Top Tips

Understanding your project

The first step to when considering a grant application is to ensure that you know exactly what project or proposal involves. The acronym SMART can is a useful tool to be able to identify and communicate projects and proposals:

S – Specific

Make sure you know exactly what you want to achieve and why.

Specific details could include:

  • Who will deliver the project?
  • What will the project cost?
  • Where will the project be delivered?
  • Why is the project important and who will benefit?

M – Measurable

Define exactly what the outcome will be once the project is delivered.

It may be an economic, environmental, social or cultural outcome.

A – Achievable/Actionable

This is how the project will be undertaken, and who will be involved at what point in time.  Developing a project plan will often assist in understanding this component, as will ensuring all parties involved are capable of delivering the project (eg capacity, skill set, availability).

R – Relevant

Identifying how the project meets a demonstrated need,  or aligns with a strategy, of the funder.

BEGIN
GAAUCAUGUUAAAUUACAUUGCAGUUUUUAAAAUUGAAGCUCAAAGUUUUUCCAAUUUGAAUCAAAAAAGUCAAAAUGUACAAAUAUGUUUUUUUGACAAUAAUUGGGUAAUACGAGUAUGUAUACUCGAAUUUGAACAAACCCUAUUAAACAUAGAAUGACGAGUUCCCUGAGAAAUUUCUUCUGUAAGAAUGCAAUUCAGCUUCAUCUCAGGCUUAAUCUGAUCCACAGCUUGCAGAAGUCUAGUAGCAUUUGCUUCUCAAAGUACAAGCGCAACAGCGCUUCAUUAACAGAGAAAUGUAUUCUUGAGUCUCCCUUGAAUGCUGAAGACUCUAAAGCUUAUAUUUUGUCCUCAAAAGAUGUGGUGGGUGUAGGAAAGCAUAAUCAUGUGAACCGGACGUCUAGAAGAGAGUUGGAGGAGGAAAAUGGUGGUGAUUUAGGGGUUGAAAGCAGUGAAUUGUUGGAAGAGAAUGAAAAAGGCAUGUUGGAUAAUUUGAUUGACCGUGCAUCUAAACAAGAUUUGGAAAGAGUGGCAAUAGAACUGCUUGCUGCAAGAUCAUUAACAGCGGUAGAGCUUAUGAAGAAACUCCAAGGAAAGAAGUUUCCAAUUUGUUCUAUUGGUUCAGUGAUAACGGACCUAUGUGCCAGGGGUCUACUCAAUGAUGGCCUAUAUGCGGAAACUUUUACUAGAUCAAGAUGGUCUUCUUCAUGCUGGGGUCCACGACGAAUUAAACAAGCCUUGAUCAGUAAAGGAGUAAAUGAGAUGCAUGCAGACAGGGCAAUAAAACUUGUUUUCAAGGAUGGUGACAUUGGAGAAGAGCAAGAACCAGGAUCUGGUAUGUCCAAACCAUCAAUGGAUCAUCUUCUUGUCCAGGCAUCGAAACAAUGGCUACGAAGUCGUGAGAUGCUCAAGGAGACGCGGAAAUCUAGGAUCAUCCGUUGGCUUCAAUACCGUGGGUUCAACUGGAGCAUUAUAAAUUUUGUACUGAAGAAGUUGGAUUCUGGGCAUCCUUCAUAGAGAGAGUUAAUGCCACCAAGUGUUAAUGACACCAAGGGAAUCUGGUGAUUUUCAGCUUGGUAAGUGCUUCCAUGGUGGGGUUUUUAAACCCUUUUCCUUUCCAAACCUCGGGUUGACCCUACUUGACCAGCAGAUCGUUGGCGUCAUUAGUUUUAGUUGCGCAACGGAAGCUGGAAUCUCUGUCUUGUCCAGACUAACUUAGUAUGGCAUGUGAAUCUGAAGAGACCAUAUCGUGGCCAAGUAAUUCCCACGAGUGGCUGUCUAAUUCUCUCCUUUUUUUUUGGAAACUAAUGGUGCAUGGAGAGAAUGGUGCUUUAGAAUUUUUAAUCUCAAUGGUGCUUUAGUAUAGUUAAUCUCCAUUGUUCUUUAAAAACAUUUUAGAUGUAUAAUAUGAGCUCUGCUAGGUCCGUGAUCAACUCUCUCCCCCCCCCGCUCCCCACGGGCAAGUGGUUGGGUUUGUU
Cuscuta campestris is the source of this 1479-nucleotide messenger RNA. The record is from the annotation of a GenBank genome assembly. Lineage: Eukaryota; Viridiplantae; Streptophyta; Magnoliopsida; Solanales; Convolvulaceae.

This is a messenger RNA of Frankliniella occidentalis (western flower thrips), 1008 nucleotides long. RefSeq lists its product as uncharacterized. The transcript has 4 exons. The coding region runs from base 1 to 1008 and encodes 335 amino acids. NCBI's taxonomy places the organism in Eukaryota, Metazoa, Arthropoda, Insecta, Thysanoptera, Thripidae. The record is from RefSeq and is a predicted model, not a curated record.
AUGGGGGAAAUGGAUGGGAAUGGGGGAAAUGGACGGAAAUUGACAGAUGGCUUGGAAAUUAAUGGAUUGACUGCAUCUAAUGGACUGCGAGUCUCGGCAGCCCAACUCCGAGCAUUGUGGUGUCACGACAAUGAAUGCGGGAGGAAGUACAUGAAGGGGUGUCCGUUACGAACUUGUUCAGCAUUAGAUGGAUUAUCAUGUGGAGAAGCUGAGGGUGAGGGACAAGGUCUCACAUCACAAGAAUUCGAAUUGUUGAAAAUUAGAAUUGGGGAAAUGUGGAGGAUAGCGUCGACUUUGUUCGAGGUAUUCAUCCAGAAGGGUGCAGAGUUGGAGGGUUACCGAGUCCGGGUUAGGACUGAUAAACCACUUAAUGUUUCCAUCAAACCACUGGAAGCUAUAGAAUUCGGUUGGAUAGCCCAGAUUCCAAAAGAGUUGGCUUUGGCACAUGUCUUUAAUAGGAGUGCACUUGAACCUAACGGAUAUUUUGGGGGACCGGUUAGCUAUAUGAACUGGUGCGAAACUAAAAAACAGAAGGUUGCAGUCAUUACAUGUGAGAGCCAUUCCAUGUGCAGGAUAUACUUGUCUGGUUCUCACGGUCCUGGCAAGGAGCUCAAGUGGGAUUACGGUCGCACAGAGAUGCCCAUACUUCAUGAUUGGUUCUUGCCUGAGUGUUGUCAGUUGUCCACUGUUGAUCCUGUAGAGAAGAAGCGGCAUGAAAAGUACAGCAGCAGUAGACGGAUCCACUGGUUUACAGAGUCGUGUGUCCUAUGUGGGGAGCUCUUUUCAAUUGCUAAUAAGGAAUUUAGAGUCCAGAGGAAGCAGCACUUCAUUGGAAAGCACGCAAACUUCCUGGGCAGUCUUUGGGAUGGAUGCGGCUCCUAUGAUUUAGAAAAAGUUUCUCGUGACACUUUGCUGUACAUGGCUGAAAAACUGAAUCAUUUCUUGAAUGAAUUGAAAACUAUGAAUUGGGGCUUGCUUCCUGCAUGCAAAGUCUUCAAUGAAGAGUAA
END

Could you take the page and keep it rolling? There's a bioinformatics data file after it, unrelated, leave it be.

T – Time Bound

This requires you to be clear about the timeframe over which the project will be delivered.


Getting your project ready for grants

  1. Identify the grant funding source.
  2. Determine your eligibility.
  3. Consider how the project aligns with the funder’s goals and objectives.
  4. Be able to succinctly communicate your project.
  5. Uniqueness – know what makes your project stand-out.
  6. Know what supporting documentation is required to submit the grant application, and planning ahead if documents are needed from other parties. This may include obtaining letters of support, in-kind contributions, quotes or cost estimates or concept designs/plans.
  7. Prepare a project plan, risk management plan and project budget.